Reuters: Iran’s vital seaborne trade is suffering from escalating sanctions pressure as shipping companies scale down activities or pull out, with the Islamic Republic facing more hurdles in transporting its oil, trade and shipping sources say.
By Jonathan Saul
LONDON, Dec 1 (Reuters) – Iran’s vital seaborne trade is suffering from escalating sanctions pressure as shipping companies scale down activities or pull out, with the Islamic Republic facing more hurdles in transporting its oil, trade and shipping sources say.
The European Union tightened its sanctions against Tehran on Thursday and laid out plans for a possible embargo on Iranian oil in response to mounting concerns in the West over the OPEC producer’s nuclear work.
Last week the United States, Canada and Britain announced measures against Iran’s energy and financial sectors.
“The further sanctions imposed by U.S., UK and Canada will make it even more difficult for Iranian companies to do business because their options to use the international banking system will be reduced,” said Jakob Larsen, maritime security officer with BIMCO, the world’s largest private shipowners’ association.
“Obviously this will also affect an international trade such as shipping.”
Much of Iran’s imported needs including food and consumer goods are transported by sea via container ships. Oil tankers are used to ferry the country’s crude oil exports.
“Most (shipping) transactions used to be done in dollars but they can’t trade in dollars which is a difficulty in itself. The chances are that banks involved in trade finance will have large scale U.S. operations which is yet another restriction,” a shipping source said. “It’s getting tougher and tougher for them now.”
One of the biggest problems facing shipping companies is how to identify parties with whom it is still permissible to trade without breaching international sanctions.
“The EU and the U.S. in particular have provided little guidance as to how their regulations should be interpreted,” said Michelle Linderman, a partner with law firm Ince & Co LLP.
Jens Martin Jensen, chief executive of Frontline, the world’s largest independent tanker operator, said it did not have any dealings with Iran at the moment.
“We are not even allowed to pay agents in Iran, so that is something we definitely don’t do,” he told Reuters.
The latest sanctions aim to step up heat on Iran over its nuclear programme which it says is for peaceful purposes.
In June, the United States blacklisted major Iranian port operator Tidewater Middle East Co, which operates seven terminals in Iran including Bandar Abbas.
“From an Iranian point of view, Bandar Abbas is very important because it will be the main point of entry for container cargoes,” said Jan Tiedemann, shipping analyst with consultancy Alphaliner.
The U.S. move led the world’s top container player Maersk Line to suspend operations at several Iranian ports including Bandar Abbas.
German container shipping group Hapag-Lloyd said it did not accept cargo for Bandar Abbas nor any consignments for other Tidewater-run ports. It said the smaller container port of Bushehr, some 900 km north of Bandar Abbas, was not managed by Tidewater.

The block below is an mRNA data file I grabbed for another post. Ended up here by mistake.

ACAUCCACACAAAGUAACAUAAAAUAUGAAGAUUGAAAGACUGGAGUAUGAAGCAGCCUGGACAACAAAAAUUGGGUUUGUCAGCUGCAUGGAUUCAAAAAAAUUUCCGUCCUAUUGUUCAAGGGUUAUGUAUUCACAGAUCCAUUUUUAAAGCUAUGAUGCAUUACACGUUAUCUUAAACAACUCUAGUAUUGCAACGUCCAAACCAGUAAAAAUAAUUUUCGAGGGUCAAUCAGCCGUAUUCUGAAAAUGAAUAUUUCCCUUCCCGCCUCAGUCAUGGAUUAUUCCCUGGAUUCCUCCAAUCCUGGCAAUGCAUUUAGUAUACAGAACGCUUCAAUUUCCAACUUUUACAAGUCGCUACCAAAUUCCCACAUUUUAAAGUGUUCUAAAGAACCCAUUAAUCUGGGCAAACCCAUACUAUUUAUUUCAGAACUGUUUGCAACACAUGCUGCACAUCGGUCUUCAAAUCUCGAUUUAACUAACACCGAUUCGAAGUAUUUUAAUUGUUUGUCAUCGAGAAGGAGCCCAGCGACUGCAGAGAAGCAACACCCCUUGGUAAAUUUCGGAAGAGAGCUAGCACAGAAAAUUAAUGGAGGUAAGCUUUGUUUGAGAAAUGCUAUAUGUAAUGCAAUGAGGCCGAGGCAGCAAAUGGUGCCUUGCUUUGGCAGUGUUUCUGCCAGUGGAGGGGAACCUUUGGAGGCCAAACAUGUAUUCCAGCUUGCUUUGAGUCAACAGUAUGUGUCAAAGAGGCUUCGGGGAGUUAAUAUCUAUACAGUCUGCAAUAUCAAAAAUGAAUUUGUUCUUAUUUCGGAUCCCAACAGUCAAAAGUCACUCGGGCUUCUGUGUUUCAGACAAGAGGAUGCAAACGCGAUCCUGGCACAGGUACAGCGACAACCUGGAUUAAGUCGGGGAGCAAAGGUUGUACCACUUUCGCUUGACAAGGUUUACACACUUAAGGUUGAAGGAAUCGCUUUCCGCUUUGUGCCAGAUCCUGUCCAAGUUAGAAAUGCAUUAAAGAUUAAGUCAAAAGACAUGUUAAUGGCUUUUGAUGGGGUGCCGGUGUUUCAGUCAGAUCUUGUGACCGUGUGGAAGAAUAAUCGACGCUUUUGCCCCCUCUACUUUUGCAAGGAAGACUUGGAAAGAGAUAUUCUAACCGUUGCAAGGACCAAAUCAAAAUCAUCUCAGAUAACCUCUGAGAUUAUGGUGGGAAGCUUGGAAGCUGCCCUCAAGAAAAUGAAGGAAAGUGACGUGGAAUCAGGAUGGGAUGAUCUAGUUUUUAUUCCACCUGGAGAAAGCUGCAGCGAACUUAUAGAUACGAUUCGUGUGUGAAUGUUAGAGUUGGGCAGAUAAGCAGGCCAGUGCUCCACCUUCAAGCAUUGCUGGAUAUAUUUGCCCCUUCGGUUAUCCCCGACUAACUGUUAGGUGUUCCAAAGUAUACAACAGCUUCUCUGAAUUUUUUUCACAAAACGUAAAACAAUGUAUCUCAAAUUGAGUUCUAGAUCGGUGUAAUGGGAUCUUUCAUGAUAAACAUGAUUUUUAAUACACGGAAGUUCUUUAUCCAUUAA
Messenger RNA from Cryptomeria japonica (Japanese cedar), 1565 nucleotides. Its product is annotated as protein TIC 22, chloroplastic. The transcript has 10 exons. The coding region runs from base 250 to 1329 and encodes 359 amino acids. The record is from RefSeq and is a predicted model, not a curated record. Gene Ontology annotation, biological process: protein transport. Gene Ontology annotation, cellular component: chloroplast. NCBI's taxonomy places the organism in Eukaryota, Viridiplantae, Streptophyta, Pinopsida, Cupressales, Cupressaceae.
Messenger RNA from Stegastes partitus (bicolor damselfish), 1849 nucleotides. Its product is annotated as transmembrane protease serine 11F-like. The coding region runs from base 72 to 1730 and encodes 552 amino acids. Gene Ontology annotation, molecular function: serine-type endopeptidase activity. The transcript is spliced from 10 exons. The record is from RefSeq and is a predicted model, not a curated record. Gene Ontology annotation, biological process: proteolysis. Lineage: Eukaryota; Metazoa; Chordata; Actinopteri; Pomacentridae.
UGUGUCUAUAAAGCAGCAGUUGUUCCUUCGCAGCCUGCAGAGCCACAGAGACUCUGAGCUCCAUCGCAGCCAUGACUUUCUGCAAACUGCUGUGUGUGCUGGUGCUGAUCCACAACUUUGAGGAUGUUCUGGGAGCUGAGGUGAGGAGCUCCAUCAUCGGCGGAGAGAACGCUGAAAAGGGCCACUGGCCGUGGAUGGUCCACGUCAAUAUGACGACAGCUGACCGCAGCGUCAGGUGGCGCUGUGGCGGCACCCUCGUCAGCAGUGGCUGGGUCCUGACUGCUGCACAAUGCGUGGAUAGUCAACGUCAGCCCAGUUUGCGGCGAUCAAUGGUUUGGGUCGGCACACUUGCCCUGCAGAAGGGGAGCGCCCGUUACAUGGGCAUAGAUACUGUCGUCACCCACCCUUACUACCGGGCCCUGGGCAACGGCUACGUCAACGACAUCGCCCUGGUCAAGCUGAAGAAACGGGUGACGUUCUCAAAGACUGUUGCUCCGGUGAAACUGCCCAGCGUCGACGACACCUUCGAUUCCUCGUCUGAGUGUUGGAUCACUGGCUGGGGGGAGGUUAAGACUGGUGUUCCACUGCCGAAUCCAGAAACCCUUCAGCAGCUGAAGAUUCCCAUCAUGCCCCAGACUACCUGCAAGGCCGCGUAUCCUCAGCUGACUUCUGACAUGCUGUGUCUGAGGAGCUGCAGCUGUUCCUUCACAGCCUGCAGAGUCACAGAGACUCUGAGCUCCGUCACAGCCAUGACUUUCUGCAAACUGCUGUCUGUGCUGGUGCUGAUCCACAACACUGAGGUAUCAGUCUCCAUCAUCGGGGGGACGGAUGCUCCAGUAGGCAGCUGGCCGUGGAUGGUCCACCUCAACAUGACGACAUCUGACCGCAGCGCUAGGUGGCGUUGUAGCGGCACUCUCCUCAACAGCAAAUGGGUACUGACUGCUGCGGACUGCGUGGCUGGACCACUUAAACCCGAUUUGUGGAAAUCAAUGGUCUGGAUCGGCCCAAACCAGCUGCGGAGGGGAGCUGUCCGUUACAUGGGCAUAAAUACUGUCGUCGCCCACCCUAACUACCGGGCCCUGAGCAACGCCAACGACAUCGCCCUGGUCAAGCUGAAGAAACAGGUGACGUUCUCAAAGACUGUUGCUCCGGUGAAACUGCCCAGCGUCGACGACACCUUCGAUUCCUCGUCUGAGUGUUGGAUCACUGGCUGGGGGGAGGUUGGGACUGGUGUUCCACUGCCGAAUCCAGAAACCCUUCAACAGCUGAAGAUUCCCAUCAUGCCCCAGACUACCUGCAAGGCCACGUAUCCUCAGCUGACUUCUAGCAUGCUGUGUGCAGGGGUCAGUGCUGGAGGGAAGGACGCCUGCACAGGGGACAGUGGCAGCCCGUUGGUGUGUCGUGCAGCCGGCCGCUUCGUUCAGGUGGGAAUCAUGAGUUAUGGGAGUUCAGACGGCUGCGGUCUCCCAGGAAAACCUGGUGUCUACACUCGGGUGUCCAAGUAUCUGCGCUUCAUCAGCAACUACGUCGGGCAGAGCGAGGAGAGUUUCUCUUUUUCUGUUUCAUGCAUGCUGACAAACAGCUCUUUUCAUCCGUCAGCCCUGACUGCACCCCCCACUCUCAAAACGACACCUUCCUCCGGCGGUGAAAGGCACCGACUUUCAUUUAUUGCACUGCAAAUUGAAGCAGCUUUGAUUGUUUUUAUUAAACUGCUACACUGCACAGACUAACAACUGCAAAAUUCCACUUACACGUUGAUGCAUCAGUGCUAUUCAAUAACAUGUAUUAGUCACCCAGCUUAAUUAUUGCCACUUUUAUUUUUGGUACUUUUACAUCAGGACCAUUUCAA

“We have moved only a few containers through Bushehr by feeder vessels which are not our own vessels. We do not have an own service calling there,” a spokeswoman said.
Hapag-Lloyd’s previous Bandar Abbas service had been jointly operated with South Korea’s Hyundai Merchant Marine. A source familiar with the matter said Hyundai had reduced its shipping service to Iran and was closely monitoring the situation.
“Hyundai’s vessels, however, en route via Bandar Abbas do not contain any refinery or nuclear-related products since those items are blacklisted,” the source said.
CMA CGM, the world’s third-largest container shipping group, stopped exports from Iran in July and since September has been scanning all containers bound for Iran from the UAE.
Danish shipping and oil group A.P. Moller-Maersk , which owns Maersk Line, said it was still engaged in business with Iran including the transport of provisions, natural gas and crude oil as well as bunker fuel supply to Maersk-related vessels, in compliance with sanctions.
“The group has and continues to update a comprehensive compliance program involving all relevant foreign trade controls,” it said.
There was growing worry that Iran’s shipping trade with Dubai was also being squeezed.
“Exports and imports via ports in the UAE have been vital to maintaining trade links to the outside world. Sanctions targeting the Iranian shipping industry have taken their toll however,” said Alan Fraser with security firm AKE.
Iranian shipping companies have also found themselves in the firing line especially the Islamic Republic of Iran Shipping Lines (IRISL), which has faced targeted sanctions for several months. IRISL has denied it was engaged in any illegal activity.
Separately, Iran’s biggest tanker operator NITC said in June it had secured ship insurance cover mainly in Asia and also in Iran after European providers pulled out due to sanctions. The group has not been targeted by sanctions. An NITC official declined to comment when contacted. (Additional reporting by Ju-min Park in Seoul and Joachim Dagenbourg in Oslo, editing by William Hardy)